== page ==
March 26, 2012

Public health 'detectives' tracked clues to illness' cause

By Meredith Goad
Staff Writer

Second of two parts

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Cathy Dragoni, who manages the microbiology department at NorDx, holds control examples of salmonella cultures at the Scarborough laboratories late last month. NorDx offers a variety of testing services for salmonella and other pathogens.

John Ewing/Staff Photographer

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Dr. Stephen Sears, state epidemiologist: "Some people think there’s a case of salmonella today and we know about it tomorrow, and it doesn’t work that way.”

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The USDA has failed to require retailers to track what goes into hamburger meat -- even though better records would protect consumers from some food-borne illnesses.

Most retailers, including Hannaford, do not keep those detailed records and have chosen not to follow federal recommendations to do so.

Federal officials and food safety experts do not believe the salmonella contamination in last year's outbreak happened at Hannaford.

The USDA never found the source of contamination.

During the first two weeks of October, a Cumberland County resident ingested something nasty -- a virulent bug known as salmonella that thrives in uncooked ground beef.

The bacteria went on the attack, and sometime over the next three days this person started experiencing painful and distressing symptoms that likely included violent diarrhea, abdominal cramps and fever.

A doctor did an examination and sent a stool sample to a local laboratory. On Oct. 22, that sample tested positive for salmonella. The laboratory worker who did the test, required by law to report cases of salmonella, immediately notified the Maine Health and Environmental Testing Laboratory in Augusta.

Over the next few weeks, three more Mainers were stopped in their tracks by a similar sudden illness. And more incidents were being reported in Massachusetts, New York, New Hampshire, Vermont, Kentucky and Hawaii.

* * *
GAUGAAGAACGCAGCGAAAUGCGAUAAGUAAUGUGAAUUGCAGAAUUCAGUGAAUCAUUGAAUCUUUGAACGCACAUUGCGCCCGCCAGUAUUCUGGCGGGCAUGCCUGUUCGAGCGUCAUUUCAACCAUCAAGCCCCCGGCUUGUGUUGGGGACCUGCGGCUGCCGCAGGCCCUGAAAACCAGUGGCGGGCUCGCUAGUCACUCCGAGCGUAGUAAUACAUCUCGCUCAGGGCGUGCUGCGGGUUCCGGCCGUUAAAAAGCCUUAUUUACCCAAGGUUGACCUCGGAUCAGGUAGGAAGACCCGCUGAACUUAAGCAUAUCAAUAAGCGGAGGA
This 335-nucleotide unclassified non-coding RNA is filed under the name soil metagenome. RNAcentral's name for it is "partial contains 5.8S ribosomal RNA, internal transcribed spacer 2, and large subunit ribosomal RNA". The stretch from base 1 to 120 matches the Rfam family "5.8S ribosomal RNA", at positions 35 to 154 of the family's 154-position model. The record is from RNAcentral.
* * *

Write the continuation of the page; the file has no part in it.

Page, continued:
So began two months of medical sleuthing during which public health investigators in seven states quizzed people who got sick about their eating habits and other personal routines, trying to piece together the puzzle.

Ultimately, this detective work, along with technology that helped link together the 20 known cases, led investigators to the source of the illness -- ground beef sold at Hannaford supermarkets.

This type of public health investigation is a long process that unfolds in its own time, controlled by the nature of the disease, the timing of laboratory tests and old-fashioned legwork.

"Some people think there's a case of salmonella today and we know about it tomorrow, and it doesn't work that way," said Dr. Stephen Sears, Maine's state epidemiologist.

There are 40,000 cases of salmonella reported in the United States every year, according to the federal Centers for Disease Control and Prevention, making it the most common cause of foodborne illness. Add in cases that go undiagnosed or unreported, and the actual number of infections may be as much as 1.2 million.

The total number of foodborne illnesses is even higher. The CDC estimates that 1 in 6 Americans, or 48 million people, are sickened by a foodborne pathogen each year.

In the state's public health lab, the microbe ingested by that first Cumberland County patient was identified as Salmonella Typhimurium -- a rarer strain of salmonella that is resistant to antibiotics, and therefore may be more likely to lead to hospitalization.

"All salmonellas are related to each other, but just like people have some genetic distinguishing factors, there are some genetically distinguishing aspects to salmonella," Sears explained. "And that's found through what's called PFGE, which stands for pulsed-field gel electrophoresis. That's a genetic examination of the organism, and so you're looking at the genetic pattern."

The microbe's genetic fingerprint went into a national database called PulseNet so that it could be compared to salmonella samples uploaded by scientists in other parts of the country. This molecular surveillance system helps investigators link cases of foodborne illness even though they may have happened hundreds of miles apart. It greatly speeds up the process of determining whether a case is an isolated incident, or part of a larger outbreak.

As more people became ill in the Hannaford outbreak, a lab worker in Augusta uploaded the Maine salmonella samples into the system. An epidemiologist at the federal CDC in Atlanta who regularly reviews these and other samples sent in from all over the country, searched for matches that would signal an outbreak.

A week after the Cumberland County resident's case was reported to the state, another case came in from Androscoggin County. Two weeks later, there was a third case reported from Waldo County. Then a fourth one came in from York County at the end of November.

(Continued on page 2)

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